What To Expect
Situated in Whitehall, at the back of Horse Guards Parade, stands the splendid Banqueting House, the only complete building of the old Whitehall Palace to have survived. Whitehall Palace was built on the site of the London residence of the Archbishops of York, and was acquired by Henry VIII from Cardinal Wolsey in 1530. From this time, until the reign of James II, the Whitehall Palace became the monarch's main residence. Henry extended and enhanced Whitehall, making it the largest palace in Europe. The Banqueting House now represents one of the few surviving examples of work by Inigo Jones.Commissioned by James I of England (James VI of Scotland), this renowned architect was given the task of replacing the old Tudor banqueting hall which had become quite dilapidated. Started in 1619, the Banqueting House took three years to complete in the neo-classical 'Palladian' style, first introduced to Britain by Inigo Jones following his studies of antique architecture in Italy. To complete this magnificent building the famous Flemish artist, Peter Paul Rubens, gave the ceilings his distinguished, ornate decoration some years later.
Originally built for occasions of state, the Banqueting House saw many plays performed within, grand balls and masques staged, as well as traditional banquets laid out for important guests. With the installation of the ceiling panels, the primary function of the building changed, and it became a reception hall to receive foreign ambassadors and visiting dignitaries. This culture continues in the present day, with the Banqueting House remaining as one of the finest venues in London for both royal and high society functions.
For all its fine and stately presence, the Banqueting House conceals a gruesome chapter in its history. In 1649 a scaffold was erected against the northern annexe of the Banqueting House to facilitate the beheading of Charles I, in front of a crowd of several thousand spectators. A special commemorative service to Charles I is still held annually in the Banqueting House on the morning of 30th January. Only five years later in 1654 the Whitehall Palace became the official residence of the King's great adversary, Oliver Cromwell, when he became Lord Protector. Cromwell died at Whitehall Palace on 29th May 1660.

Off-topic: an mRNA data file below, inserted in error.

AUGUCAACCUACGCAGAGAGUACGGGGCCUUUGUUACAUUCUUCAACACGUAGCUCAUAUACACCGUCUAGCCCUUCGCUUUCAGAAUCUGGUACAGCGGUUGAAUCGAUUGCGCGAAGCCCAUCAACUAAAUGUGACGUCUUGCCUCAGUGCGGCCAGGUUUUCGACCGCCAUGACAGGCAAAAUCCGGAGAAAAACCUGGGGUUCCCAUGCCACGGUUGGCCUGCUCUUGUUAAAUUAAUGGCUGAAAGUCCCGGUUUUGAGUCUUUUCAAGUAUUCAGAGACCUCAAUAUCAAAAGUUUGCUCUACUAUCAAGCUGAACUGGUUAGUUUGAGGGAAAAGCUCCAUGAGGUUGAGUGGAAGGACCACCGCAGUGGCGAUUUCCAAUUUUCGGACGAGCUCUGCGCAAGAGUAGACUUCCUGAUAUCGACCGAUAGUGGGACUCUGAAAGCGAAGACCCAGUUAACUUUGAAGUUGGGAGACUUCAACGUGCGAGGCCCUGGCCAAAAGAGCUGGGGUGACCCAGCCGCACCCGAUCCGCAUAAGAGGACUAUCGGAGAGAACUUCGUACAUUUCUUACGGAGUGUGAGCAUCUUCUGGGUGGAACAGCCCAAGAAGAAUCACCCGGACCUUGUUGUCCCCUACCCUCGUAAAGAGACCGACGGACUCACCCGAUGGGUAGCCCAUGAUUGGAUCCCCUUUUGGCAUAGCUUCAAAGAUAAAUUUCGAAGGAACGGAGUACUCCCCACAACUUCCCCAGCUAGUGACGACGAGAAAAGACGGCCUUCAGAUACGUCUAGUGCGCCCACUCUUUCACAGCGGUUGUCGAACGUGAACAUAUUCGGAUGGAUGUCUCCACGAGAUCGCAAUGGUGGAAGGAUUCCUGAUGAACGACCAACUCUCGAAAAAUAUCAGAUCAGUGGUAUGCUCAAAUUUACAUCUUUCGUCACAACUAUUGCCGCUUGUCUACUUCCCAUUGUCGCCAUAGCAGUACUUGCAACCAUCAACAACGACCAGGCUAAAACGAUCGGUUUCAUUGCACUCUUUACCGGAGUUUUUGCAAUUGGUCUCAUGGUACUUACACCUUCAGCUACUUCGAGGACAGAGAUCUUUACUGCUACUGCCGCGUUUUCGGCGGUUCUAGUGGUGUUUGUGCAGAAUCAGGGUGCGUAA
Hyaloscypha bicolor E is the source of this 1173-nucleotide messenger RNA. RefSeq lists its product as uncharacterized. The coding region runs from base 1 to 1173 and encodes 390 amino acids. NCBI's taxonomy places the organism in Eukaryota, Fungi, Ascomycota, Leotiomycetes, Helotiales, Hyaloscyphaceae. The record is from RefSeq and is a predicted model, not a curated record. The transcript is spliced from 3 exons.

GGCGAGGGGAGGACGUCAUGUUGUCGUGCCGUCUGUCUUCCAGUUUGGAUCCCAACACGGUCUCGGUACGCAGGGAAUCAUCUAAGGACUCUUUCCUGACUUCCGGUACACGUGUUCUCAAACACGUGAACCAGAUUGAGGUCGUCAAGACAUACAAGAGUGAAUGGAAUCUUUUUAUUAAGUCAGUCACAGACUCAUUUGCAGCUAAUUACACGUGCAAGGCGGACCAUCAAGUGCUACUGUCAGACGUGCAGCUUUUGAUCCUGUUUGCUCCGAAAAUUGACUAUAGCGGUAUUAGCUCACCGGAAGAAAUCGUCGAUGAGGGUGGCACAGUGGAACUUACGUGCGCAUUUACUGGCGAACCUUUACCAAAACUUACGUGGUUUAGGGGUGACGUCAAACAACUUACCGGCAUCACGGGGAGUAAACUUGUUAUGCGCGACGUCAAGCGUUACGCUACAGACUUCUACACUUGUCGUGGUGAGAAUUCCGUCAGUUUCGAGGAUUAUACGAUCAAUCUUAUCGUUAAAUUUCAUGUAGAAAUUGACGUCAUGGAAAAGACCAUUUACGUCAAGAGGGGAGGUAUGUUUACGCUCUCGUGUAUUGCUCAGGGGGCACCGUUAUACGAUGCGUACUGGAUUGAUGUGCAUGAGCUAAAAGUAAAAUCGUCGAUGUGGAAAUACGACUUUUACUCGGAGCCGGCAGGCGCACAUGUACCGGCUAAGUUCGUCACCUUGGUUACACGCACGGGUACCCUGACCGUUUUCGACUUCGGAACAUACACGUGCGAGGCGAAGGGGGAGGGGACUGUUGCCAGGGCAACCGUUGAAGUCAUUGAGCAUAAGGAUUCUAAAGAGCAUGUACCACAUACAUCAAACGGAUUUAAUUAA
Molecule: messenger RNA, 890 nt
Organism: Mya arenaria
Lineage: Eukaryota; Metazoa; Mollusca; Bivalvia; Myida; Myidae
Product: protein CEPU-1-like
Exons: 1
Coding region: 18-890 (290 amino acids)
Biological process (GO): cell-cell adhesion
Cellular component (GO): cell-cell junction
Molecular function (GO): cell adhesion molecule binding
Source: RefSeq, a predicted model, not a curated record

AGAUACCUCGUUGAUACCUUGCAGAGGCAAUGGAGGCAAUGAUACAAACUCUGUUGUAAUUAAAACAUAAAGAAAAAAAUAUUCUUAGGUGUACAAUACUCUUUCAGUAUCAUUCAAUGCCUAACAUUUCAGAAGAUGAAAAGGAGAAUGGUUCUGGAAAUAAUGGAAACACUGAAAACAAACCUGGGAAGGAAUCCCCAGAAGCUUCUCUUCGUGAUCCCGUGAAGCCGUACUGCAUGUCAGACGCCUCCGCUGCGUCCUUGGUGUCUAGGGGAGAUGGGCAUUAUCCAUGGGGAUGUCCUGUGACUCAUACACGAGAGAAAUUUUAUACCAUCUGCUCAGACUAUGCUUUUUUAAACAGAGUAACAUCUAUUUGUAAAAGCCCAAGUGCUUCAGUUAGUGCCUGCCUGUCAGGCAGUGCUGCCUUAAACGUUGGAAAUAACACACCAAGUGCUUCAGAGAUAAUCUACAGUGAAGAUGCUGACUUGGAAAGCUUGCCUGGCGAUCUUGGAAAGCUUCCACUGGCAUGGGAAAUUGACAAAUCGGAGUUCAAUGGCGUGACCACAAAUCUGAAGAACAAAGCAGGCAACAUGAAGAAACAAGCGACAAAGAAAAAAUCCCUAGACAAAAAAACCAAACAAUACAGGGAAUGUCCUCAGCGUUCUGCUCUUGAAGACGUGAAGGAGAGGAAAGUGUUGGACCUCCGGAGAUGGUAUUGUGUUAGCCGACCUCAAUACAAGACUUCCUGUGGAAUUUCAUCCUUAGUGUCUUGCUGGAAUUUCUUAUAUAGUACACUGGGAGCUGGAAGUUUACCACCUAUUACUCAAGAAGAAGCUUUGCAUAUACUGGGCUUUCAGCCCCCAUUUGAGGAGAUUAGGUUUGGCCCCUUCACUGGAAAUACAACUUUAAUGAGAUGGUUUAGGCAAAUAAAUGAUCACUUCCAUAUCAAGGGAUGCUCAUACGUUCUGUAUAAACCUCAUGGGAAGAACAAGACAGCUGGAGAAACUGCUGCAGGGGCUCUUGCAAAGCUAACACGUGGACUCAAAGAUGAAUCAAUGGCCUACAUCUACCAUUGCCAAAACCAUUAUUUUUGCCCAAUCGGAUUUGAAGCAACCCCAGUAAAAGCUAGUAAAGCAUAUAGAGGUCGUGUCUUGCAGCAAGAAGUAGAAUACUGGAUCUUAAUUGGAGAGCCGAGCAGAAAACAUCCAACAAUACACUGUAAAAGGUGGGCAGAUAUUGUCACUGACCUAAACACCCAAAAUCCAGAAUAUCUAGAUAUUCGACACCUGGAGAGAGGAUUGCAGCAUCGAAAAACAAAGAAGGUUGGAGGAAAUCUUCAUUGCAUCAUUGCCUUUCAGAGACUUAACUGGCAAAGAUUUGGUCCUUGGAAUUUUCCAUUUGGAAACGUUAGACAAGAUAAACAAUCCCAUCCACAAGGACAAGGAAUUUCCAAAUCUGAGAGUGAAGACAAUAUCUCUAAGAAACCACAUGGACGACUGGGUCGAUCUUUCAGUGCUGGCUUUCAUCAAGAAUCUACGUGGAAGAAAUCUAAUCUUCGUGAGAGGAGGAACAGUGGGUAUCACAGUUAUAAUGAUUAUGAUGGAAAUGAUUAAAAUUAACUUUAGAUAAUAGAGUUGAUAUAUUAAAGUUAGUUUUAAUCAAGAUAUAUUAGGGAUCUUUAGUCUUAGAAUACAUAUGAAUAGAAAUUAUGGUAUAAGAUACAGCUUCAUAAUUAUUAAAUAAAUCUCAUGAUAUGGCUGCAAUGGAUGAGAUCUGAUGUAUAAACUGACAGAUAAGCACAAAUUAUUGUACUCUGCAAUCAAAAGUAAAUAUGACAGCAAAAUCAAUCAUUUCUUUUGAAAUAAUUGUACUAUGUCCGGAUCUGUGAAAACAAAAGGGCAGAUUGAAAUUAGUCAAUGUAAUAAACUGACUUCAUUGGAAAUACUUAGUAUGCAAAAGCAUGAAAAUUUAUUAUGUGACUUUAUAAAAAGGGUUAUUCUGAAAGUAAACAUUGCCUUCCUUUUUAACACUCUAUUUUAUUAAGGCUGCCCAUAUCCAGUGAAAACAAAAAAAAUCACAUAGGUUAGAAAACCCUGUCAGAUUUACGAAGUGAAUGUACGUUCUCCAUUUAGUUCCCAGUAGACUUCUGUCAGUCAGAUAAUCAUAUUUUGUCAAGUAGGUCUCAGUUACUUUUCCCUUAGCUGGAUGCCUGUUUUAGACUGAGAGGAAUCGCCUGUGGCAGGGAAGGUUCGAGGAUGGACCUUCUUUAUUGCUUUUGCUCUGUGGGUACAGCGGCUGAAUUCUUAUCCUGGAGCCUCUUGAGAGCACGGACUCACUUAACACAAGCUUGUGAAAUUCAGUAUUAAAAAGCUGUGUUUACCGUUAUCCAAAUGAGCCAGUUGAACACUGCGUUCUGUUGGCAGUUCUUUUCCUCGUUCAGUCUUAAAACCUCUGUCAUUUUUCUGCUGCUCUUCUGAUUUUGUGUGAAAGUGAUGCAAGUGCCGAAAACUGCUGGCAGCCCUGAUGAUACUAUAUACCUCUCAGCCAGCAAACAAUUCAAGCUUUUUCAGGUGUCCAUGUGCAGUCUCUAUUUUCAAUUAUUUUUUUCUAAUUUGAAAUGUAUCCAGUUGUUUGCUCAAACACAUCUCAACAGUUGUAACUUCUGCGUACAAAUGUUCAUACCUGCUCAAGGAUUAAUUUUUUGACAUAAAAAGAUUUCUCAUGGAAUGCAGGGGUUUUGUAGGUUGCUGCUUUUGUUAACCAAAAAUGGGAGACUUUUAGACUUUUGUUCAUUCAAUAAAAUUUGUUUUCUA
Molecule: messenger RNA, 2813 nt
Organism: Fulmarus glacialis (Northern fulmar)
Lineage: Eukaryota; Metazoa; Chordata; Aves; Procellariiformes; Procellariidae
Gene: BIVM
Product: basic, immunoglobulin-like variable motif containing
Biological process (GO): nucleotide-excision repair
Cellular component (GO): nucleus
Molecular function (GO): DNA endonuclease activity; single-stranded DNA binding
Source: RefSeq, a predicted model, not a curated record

When the monarchy was restored with the accession of Charles II, Whitehall Palace, and subsequently the Banqueting House, once again became the venue for ceremonial affairs of state. During the short reign of James II, the Banqueting House became a storage area whilst alterations were carried out to the state apartments. One curious legacy does survive from this period. A wrought iron weather vane on the roof, reputed to have been erected by the king, to indicate when the winds were favourable to bring Prince William of Orange to England - a matter of some concern to the king whose throne was being challenged.After the exile of James II, the last grand ceremony witnessed at the house was the offering of the crown to the Prince and Princess of Orange (the future William III and Mary II). With the royal couple deciding on a new house at Kensington in favour of the rather tired Tudor Palace, this marked the end of full time royal occupancy of Whitehall Palace, and the decline of the once splendid former residence. In 1694 the young queen died, and was laid in state in the Banqueting House prior to her burial.
In 1698 the bulk of the timber-framed palace was destroyed by fire, with only the Banqueting House and the Whitehall and Holbein Gates left intact. Four days after the fire, Sir Christopher Wren was commissioned to convert the Banqueting House into a Chapel Royal, replacing the destroyed Tudor chapel, now destroyed. Although much altered over the years, the Banqueting House remained as a chapel until 1890. The Holbein Gate was eventually demolished in 1759.In 1893 Queen Victoria granted the Banqueting House to the United States Services Institute for use as a museum. This arrangement continued until 1962, at which time the building reverted back to its original function as a grand reception hall.
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